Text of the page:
At the finish of Way Too Cool, I had a little blood running down my back. Nothing to worry about and was probably the result of bumping a tree branch during the run. But when we arrived home I had Nicole take a look and a mole on my right shoulder-blade was bleeding and not looking very healthy. Nicole’s words were something like, “I don’t want to worry you but it doesn’t look good. You should have it looked at.” So I made an appointment with my doctor. He looked at it and couldn’t determine exactly what was going and recommended a biopsy. He kept peering at it through his little hand-held magnifier while trying to calm my rising concern that it was mainly precautionary. After about 30 minutes, I left his office and wouldn’t know anything more for a few days.
But I learned in January that I have a difficult time when waiting for the unknown. In January, I decided to have what I thought would be a simple procedure. The gum graft. Due to teenage braces and aggressive brushing, part of my gum had receded to a level where my dentist recommended this gum grafting procedure. As I was in the chair, the oral surgeon is explaining the process and that I would need to wear a mouth guard for weeks. So right then I changed my mind and I opted for the less painful Aloderm (cadaver tissue) and decided against taking tissue from the roof of my mouth. Aloderm has about a 80% success rate so there is a higher chance the tissue will be rejected if it does not come from your own body. I crossed my fingers and thought 80% was a pretty high percentage.
As far as being less painful, even the Aloderm was more pain than I could endure. The next 3 days, Friday through Sunday, I looked like a swollen monster, couldn’t talk and my head ached. I was back to work on Monday and things began to feel better but after a week, my stitches fell out (1st of 2 times) and I was convinced the procedure had failed and regretted even doing it.
I wasn’t sleeping well and kept thinking that I was going to have to endure another procedure and throw another few weeks out the window. After 4 weeks, I went back and was prepared to hear the worst. After the hygienist snapped a few pictures of my gums, the surgeon came in, took a look and exclaimed “Wow, looks perfect. The Aloderm took nicely.” I couldn’t believe it.
So I hoped for similar good news while waiting for the biopsy results while trying not to dwell on it. Easier said than done. Sometimes our minds like to migrate towards the worst case scenarios. When I left the doctor’s office after the biopsy and heard about his experiences diagnosing and treating melanoma (again the doctor said not to worry and it would probably be just fine) suddenly I had a different perspective. On the drive home I’m checking my priorities and asking myself, “What if…?” I hadn’t finished putting the pieces of my life’s puzzle together and still needed more time and possibly reset my priorities again.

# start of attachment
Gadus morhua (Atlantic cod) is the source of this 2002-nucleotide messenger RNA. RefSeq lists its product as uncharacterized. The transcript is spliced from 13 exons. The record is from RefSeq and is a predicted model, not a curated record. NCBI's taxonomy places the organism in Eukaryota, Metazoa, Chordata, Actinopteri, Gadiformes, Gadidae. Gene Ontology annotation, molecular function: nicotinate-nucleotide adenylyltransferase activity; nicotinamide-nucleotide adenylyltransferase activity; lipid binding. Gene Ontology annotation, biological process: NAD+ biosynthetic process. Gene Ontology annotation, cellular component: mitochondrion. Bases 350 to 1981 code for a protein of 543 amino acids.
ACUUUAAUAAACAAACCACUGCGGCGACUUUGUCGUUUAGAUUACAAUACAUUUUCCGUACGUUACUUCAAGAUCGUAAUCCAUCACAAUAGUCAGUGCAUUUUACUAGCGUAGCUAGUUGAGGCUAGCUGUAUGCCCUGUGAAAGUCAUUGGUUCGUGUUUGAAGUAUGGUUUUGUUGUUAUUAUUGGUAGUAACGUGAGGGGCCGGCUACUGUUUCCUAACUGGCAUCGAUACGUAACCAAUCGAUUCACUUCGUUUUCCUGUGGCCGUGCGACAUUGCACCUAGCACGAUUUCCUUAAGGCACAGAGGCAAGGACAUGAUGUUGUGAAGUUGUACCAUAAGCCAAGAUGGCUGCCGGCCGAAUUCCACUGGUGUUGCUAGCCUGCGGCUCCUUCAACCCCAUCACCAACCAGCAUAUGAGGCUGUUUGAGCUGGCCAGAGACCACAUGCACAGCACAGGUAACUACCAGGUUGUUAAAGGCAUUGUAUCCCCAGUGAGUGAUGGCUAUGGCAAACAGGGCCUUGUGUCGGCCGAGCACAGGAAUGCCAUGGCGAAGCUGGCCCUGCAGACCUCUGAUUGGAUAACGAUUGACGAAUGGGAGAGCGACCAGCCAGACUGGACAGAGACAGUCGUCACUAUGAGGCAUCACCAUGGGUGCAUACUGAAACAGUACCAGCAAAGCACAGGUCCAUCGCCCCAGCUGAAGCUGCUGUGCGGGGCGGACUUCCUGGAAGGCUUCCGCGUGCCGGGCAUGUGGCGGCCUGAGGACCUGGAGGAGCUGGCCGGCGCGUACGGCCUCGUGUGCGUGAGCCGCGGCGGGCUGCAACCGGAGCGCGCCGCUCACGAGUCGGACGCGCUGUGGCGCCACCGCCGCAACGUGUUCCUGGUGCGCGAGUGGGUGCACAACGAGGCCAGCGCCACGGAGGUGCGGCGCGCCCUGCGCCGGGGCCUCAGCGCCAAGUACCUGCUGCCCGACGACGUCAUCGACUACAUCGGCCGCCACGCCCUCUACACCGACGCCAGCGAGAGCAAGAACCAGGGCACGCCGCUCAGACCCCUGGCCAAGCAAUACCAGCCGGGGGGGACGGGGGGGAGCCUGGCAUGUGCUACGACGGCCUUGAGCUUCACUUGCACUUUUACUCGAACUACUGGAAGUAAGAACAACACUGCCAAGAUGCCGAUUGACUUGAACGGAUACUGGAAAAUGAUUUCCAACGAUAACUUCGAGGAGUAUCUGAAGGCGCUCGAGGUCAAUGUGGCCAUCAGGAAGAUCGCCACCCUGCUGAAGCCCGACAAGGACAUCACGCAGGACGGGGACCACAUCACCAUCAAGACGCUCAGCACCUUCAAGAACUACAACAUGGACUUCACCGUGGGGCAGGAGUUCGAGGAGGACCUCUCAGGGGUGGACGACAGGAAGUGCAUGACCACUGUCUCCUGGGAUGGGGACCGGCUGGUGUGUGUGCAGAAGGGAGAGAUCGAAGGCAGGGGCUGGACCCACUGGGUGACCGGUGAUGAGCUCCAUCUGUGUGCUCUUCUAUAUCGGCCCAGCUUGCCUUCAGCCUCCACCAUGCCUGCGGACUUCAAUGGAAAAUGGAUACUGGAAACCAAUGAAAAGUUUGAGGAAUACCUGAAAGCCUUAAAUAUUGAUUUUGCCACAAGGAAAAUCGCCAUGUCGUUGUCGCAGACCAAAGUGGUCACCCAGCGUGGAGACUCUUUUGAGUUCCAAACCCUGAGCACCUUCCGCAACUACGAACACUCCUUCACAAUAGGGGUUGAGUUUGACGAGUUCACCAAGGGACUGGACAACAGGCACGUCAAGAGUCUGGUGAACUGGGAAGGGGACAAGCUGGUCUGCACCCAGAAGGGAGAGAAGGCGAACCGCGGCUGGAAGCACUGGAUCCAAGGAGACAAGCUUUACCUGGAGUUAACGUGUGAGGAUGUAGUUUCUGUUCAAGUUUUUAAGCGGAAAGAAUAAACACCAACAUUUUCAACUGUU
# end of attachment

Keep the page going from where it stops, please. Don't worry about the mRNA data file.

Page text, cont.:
The false alarm had sounded and a few days ago, I was told over the phone that results came back negative and the concerns amounted to nothing. Yet it still makes one think. It could have been. What if… We know life is short and too much time can be wasted on the trivial so these types of warnings can be helpful.
Sunshine. After record rain and snow, this week the sun has emerged and the evening run feels perfect, not too hot and not too cool. Just enough to finish with a little sweat and sun on the back. A plug here for my Motorola Defy phone. It passed the test last Saturday in a 2 hour run in the pouring ran. The phone arrived back home, covered in water but in perfect working condition. This water and freeze resistant, drop and Michael-proof phone has earned 2 thumbs up from me. I dithered with the AR50 and Leadville sign ups and those closed before I registered. So debating if another ultra will be on the calendar in 2011. A couple Saturday runs along the PCT come July and August will be just fine.
Another random event: Last week I thought we had a mouse in our attic because I started hearing feet scampering around above Nicole’s closet. So I put some peanut butter covered traps out. But this creature seemed a little too clever and never took the bait. After a few quiet days I thought it must have found a new home. Until one night the sound of feet was back. Not to be outdone by a mouse, I took some bigger traps up and crawled through the attic to his corner. And that is where I found an enormous squirrel, a few feet away from me, staring into my light. Somehow, the squirrel had managed to punch a hole a couple of stories up the side of the house and had made a comfortable nest in the insulation. He wasn’t backing down and we stared at each for about a minute and my shouts went ignored. Then back down I went and Dylan and I made a Saturday trip to Home Depot. Then I went back up and, on hands and knees and belly, evicted the squirrel through the door he made and sealed the entrance. The next day I saw the squirrel running down the street so he must be looking for a new home. Always something to add a little extra excitement to the routine.
Looking for a fun way to spend a few hours in San Francisco? Try Ride The Ducks. A few weeks ago, we took a tour through San Francisco on one of these Ride The Ducks bus/boats. If you haven’t done it, even if you have been to San Francisco a dozen times, it’s a different way to see the city. It’s a tour that covers both the city and the bay, in the same vehicle. About an hour into the ride, the Duck just drives right into the bay and cruises through McCovey Cove. A fun way to spend a couple of hours. They even pass out quackers at the start so you become one of those annoying tourists quacking at the locals.
To sum up, some things we think are problems end up being nothing. Other times, what sounds like a little problem can actually be bigger than we anticipated. Finally, the “What if…” scenarios are not always pointless. Quack! Quack!